Official figures have shown that the UK's productivity was lower than the rest of the G7 countries in 2014.
According to the Office for National Statistics (ONS), the country's output per hour in 2014 was 20 per cent lower than the G7 average. This represents the biggest lag since 1991 when the ONS started making comparisons.
The figures put the UK significantly behind the US, Germany and France in terms of productivity. According to the report, workers in these countries were 32-33 per cent more productive than those in the UK. For example, it would take a UK worker four hours to produce the same work done by a German in three hours.
Italy was ten per cent more productive than the UK, while Canada was four per cent more productive. The only G7 country to score worse on productivity was Japan – it was 15 per cent behind the UK.
ONS chief economist Joe Grice said that the figures show how UK productivity "continues to lag behind other developed economies".
He added: "Since the economic downturn, productivity growth has slowed in most developed economies, but by more in the UK than the average."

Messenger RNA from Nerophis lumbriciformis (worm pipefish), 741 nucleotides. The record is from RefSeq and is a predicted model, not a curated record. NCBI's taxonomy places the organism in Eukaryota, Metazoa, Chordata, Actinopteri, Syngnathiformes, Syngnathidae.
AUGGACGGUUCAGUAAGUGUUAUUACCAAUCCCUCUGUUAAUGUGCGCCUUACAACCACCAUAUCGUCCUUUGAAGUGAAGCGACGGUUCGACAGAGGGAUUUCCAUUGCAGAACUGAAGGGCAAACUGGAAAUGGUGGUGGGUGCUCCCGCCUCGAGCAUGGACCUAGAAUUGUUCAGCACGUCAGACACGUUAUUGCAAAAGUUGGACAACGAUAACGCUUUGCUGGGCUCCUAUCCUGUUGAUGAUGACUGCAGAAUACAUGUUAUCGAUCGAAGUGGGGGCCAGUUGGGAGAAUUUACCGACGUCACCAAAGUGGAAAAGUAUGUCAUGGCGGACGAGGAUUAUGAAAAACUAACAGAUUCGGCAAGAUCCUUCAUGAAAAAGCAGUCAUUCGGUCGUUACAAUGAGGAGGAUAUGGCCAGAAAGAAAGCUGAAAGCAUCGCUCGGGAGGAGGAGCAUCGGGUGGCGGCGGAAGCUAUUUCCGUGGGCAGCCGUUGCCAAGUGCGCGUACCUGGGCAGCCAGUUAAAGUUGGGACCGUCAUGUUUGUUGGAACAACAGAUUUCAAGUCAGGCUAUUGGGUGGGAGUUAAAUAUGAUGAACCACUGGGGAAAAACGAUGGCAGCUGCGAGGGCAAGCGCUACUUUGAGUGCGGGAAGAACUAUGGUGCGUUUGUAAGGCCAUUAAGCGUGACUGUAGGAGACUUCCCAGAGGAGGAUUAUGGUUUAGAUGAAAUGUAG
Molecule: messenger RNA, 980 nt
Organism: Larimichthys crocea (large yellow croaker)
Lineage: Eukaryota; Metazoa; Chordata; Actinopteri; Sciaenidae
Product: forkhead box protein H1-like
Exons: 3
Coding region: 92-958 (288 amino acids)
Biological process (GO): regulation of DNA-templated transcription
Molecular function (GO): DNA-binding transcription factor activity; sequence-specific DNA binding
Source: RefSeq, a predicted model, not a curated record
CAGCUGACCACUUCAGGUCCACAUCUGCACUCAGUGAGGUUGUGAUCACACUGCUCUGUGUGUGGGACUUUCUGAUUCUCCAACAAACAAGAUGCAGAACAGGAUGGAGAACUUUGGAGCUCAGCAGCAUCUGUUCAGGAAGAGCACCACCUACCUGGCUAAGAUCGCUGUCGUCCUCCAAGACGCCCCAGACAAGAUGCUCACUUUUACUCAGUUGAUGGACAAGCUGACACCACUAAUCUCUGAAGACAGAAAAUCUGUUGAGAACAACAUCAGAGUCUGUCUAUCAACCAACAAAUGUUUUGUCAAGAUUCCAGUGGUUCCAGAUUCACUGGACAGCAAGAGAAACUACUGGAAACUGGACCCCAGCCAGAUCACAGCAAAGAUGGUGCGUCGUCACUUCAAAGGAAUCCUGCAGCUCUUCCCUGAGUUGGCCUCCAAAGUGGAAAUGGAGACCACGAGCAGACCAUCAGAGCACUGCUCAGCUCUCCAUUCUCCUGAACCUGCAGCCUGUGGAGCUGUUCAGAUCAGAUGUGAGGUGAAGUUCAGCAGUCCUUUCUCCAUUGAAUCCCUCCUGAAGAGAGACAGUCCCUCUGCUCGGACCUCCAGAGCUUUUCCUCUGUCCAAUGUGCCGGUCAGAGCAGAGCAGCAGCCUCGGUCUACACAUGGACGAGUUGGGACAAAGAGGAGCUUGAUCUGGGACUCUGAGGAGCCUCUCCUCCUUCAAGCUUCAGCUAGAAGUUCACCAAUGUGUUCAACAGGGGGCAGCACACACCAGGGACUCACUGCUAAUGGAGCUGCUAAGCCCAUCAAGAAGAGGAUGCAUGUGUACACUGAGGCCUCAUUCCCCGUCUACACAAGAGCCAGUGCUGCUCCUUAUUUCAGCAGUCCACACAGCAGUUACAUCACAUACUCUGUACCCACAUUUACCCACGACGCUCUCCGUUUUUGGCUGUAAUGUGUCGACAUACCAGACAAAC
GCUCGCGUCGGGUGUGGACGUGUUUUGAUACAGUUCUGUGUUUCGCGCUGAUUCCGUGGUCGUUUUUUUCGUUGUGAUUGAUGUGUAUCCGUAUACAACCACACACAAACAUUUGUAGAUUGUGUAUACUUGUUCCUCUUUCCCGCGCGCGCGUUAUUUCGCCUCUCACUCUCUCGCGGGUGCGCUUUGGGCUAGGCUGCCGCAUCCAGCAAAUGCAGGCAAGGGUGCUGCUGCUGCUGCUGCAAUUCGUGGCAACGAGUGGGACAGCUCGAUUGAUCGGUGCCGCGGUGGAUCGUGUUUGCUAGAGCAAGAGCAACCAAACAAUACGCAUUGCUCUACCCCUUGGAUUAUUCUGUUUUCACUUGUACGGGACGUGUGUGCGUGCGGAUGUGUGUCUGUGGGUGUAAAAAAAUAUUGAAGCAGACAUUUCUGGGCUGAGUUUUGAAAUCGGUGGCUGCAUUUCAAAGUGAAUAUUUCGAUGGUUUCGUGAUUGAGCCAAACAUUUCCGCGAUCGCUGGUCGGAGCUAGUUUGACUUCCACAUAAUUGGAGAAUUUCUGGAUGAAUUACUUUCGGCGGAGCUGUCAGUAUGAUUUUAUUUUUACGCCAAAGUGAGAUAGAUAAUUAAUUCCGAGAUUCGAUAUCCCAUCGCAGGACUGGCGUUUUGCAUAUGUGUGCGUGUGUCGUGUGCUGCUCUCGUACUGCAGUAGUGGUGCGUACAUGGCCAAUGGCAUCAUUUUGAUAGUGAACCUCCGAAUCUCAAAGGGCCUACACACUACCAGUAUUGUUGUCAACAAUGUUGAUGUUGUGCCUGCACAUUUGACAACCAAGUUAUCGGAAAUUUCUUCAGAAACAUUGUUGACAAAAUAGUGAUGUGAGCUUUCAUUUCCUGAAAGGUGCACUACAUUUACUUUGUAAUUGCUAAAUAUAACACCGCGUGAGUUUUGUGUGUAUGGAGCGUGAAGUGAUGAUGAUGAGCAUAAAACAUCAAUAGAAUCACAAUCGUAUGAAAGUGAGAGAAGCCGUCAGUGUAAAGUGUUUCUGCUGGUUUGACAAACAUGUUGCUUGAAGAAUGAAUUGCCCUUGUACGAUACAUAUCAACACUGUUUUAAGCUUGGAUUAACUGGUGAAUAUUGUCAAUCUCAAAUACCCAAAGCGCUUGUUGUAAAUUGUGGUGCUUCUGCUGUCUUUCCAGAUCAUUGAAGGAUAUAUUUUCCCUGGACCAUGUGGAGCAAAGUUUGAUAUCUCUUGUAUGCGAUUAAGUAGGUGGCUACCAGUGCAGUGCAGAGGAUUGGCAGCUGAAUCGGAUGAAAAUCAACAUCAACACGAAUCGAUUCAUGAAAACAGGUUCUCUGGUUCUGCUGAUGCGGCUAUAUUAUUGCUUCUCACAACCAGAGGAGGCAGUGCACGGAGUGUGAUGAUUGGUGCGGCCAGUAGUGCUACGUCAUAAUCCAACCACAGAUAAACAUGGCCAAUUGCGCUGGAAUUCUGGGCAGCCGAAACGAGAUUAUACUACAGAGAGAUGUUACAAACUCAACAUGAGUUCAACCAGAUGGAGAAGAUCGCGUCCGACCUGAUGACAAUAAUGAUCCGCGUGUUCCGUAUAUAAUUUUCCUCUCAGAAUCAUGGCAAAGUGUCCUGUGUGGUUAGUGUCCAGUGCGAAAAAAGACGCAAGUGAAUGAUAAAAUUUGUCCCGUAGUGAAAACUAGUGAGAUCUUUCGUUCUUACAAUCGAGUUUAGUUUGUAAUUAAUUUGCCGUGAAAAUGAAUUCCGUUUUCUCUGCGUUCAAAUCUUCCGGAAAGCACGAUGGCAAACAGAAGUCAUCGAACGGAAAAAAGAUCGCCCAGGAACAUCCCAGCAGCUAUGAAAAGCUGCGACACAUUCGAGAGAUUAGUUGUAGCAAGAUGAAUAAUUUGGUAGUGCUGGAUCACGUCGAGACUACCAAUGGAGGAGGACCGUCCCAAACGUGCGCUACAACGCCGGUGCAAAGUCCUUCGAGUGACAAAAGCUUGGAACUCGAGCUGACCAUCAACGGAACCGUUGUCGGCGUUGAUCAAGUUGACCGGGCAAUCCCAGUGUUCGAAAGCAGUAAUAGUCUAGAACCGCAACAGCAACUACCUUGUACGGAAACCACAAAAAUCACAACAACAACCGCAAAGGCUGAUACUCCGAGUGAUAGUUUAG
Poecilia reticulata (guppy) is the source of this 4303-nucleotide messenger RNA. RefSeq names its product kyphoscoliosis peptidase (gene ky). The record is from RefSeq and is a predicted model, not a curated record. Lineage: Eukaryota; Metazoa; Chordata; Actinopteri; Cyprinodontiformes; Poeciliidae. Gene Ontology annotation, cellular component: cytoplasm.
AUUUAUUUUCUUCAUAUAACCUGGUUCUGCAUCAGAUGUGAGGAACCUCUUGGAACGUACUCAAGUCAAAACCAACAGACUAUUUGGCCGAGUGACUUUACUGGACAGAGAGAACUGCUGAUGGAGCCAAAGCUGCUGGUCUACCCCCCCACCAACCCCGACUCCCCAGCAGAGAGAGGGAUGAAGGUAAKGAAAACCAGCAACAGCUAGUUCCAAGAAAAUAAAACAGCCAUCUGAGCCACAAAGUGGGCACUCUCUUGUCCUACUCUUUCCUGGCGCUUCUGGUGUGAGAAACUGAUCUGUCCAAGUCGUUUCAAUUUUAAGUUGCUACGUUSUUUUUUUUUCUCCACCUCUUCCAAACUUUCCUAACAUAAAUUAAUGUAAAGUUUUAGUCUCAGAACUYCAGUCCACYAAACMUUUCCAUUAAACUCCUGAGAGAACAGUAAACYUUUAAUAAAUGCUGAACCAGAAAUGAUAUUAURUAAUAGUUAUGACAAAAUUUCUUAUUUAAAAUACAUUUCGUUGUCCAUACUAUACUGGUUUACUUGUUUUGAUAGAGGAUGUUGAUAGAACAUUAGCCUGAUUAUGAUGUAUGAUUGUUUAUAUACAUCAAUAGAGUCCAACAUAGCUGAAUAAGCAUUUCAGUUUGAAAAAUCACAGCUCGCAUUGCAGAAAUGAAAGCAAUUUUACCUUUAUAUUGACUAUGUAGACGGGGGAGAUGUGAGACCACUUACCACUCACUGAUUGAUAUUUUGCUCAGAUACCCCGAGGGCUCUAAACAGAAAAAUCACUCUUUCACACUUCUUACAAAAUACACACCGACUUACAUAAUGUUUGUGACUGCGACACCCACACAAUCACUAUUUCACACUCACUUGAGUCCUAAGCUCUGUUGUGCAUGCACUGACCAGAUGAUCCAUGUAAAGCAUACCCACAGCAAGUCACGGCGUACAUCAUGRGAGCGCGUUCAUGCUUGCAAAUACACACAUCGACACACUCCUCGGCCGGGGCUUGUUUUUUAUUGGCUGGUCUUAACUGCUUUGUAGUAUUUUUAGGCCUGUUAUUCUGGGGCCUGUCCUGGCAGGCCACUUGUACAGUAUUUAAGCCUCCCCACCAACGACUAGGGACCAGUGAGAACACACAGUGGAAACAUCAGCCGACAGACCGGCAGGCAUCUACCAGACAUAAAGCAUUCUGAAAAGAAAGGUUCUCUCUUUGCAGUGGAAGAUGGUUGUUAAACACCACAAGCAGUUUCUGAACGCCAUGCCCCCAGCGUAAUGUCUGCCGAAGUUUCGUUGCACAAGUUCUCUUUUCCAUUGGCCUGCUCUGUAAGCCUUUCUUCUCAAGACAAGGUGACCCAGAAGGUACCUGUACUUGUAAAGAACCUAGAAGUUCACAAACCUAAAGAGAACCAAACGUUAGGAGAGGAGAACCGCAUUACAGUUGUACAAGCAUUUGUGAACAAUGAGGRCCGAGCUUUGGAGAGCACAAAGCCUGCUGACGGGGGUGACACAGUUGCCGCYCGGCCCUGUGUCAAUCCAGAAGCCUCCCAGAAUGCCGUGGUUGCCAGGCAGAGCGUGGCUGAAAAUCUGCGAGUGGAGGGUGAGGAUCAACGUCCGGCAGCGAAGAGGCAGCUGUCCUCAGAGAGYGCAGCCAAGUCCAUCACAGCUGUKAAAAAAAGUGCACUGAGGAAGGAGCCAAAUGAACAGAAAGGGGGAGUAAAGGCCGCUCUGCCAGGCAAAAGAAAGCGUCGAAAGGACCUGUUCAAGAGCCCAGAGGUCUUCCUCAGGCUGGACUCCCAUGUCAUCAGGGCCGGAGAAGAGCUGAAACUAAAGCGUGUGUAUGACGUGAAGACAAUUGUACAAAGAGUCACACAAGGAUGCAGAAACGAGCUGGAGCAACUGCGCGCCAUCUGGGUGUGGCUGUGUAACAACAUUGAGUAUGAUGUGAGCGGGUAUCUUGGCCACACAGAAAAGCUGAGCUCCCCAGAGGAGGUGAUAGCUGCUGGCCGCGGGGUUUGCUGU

Many experts believe that improving productivity can help to increase living standards.
Economist Howard Archer told the BBC that British productivity had been down since the financial crisis due to the creation of many low-skilled and low-paid jobs where productivity is limited.
Others believe that the focus should be on agility, rather than productivity.
James Sproule, chief economist at the Institute of Directors explained: "The economy of the future looks set to be dominated not by big companies, but by fast, agile, quick-moving and reactive ones."
He added that when firms can respond to customer demands effectively and bring new products and services out quickly, the market will "reap the rewards".
BBC analyst Andrew Verity pointed that improving productivity shouldn't be about workers working harder. He says that investment – in plant, machinery, skills and public infrastructure - is much more decisive in improving how much each worker produces.
He also noted that data from the ONS in July indicated a sharp pick-up in the UK's productivity, which coincided with an increase in investment. "But if we're going to catch up with the rest of the G7, we'll have to sustain that for years," he added.
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